A new tank has entered the world.
Mother Russia has given birth to the formidable T-14 Armata. It’s a modern-looking tank, much beefier than the Russian army’s old T-72, T-80, T-90 series.
Like many other Russian tanks, the T-14 has a three-man crew with an automatic loader. Unlike all other tanks, that three-man crew can apparently all hunker down in the hull of the vehicle if needed. There are two hatches in the hull, one for the driver, the other presumably for the gunner.
From what I’ve read online, the turret can be controlled remotely from the hull, making the crew safer, especially if the vehicle is parked in a hull-down position on the battlefield.
There is still at least one hatch on the turret, so I assume the crew, or at least the tank commander can operate in the both the turret and hull.
While it hasn’t been confirmed yet, the main gun is said to be 125 mm. Also, there was clearly a remote weapon system on top of the turret carrying a large-caliber machine gun from the initial photos that were posted online Monday night.
The tank, fully uncovered, was seen by the public for the first time Monday when the vehicles drove down Moscow streets toward Red Square. It was a rehearsal for this Saturday’s massive parade, where the Russian army will show off the tanks, along with 200 other pieces of military equipment and more than 16,500 troops.
Military units from China, Serbia and India also will march in the parade, all part of Russia’s 70th anniversary of the defeat over Nazi Germany in World War II.
Pageantry aside, the T-14 is a serious contender when it comes to the world’s best tank. It’s got a bigger gun than the American M1A2, and with the T-14’s ability to operate with a “crewless” turret, the crew is better protected in the Armata.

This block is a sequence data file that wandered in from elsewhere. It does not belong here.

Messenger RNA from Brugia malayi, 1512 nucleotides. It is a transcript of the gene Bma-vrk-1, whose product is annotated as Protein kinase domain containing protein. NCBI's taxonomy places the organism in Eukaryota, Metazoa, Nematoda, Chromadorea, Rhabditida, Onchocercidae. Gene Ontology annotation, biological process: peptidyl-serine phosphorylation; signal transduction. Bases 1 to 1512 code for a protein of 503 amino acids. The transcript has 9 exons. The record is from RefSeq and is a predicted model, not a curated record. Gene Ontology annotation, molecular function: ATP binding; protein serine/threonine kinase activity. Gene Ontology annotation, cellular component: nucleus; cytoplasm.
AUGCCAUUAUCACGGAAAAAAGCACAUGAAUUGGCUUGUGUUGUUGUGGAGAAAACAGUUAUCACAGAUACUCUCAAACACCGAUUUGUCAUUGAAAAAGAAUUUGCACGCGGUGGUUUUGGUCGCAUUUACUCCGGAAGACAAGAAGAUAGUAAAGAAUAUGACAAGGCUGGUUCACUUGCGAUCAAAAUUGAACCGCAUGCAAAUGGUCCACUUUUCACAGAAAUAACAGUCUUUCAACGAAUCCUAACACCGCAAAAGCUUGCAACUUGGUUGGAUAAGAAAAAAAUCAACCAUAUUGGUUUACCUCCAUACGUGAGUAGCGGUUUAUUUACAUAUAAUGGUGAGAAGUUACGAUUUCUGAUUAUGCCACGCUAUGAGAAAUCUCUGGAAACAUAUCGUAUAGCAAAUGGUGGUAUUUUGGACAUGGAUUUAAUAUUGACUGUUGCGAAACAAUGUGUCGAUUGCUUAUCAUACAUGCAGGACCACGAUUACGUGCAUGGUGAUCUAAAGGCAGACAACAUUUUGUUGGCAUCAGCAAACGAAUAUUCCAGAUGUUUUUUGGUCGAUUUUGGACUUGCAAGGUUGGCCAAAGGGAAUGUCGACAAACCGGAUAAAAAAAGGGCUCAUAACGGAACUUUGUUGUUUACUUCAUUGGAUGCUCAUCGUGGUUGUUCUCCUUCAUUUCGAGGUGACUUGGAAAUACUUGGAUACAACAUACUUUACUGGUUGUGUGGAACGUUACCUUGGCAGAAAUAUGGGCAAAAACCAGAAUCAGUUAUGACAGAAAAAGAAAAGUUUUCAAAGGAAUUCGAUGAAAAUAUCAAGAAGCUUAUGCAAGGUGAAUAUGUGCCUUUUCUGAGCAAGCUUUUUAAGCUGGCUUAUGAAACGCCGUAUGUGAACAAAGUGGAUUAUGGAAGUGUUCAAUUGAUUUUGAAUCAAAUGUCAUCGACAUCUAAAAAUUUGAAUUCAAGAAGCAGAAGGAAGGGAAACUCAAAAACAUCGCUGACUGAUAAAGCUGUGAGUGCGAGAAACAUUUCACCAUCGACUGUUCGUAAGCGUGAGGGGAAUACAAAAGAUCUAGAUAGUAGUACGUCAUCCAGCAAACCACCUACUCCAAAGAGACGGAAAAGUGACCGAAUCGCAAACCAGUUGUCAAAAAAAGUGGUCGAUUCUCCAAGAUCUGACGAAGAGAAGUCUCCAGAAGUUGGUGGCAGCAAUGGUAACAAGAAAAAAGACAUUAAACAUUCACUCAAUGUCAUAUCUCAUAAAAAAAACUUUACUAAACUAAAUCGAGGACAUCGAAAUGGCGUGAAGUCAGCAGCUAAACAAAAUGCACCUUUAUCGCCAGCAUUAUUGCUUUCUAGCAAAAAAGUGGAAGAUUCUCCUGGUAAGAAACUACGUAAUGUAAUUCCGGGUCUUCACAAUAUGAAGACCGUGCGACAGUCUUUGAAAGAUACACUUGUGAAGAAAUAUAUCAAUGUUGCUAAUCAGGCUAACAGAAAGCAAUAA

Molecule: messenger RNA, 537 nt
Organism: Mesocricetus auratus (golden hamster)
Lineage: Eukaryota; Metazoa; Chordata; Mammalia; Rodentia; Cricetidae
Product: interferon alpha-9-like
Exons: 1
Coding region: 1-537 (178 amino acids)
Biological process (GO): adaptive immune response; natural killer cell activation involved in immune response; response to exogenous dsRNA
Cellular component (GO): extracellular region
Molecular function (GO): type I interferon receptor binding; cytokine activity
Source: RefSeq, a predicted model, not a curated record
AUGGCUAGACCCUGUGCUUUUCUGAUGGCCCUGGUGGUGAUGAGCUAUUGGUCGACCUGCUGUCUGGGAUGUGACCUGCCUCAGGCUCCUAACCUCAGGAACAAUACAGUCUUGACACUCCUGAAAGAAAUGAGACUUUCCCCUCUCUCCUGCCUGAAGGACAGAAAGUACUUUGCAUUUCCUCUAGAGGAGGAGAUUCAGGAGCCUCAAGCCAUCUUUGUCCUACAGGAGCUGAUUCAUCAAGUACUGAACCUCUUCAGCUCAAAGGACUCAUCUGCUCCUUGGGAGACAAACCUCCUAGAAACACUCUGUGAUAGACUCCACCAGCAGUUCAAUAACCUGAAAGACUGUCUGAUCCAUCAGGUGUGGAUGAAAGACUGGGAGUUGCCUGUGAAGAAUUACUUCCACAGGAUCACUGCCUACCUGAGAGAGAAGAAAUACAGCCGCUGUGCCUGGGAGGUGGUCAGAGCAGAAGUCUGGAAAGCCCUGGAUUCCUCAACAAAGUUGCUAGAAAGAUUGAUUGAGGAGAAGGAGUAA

Now, is a real-life loader in an M1 better and faster than an automatic loader? I would hope so.
Truth be told, though, there is still a lot about the T-14 we don’t know. What type of armor does it have? Is it made to be hard to detect by current night-vision technology? What is the range of its main gun?
The answers will eventually be known.
Perhaps most interesting about the T-14, however, is the remote-controlled turret feature. The obvious next step is a completely remote-controlled tank, with a crew operating the vehicle in the safety of a structure far from the front lines.
That’s the way many of our military aircraft fight battles now, so why not tanks?
Jacob Brooks, a former Army tanker, is the Fort Hood Herald editor and military editor of the Killeen Daily Herald. He was stationed at Fort Hood and served with the 1st Cavalry Division from 1993 to 1996. Contact him at firstname.lastname@example.org or 254-501-7468.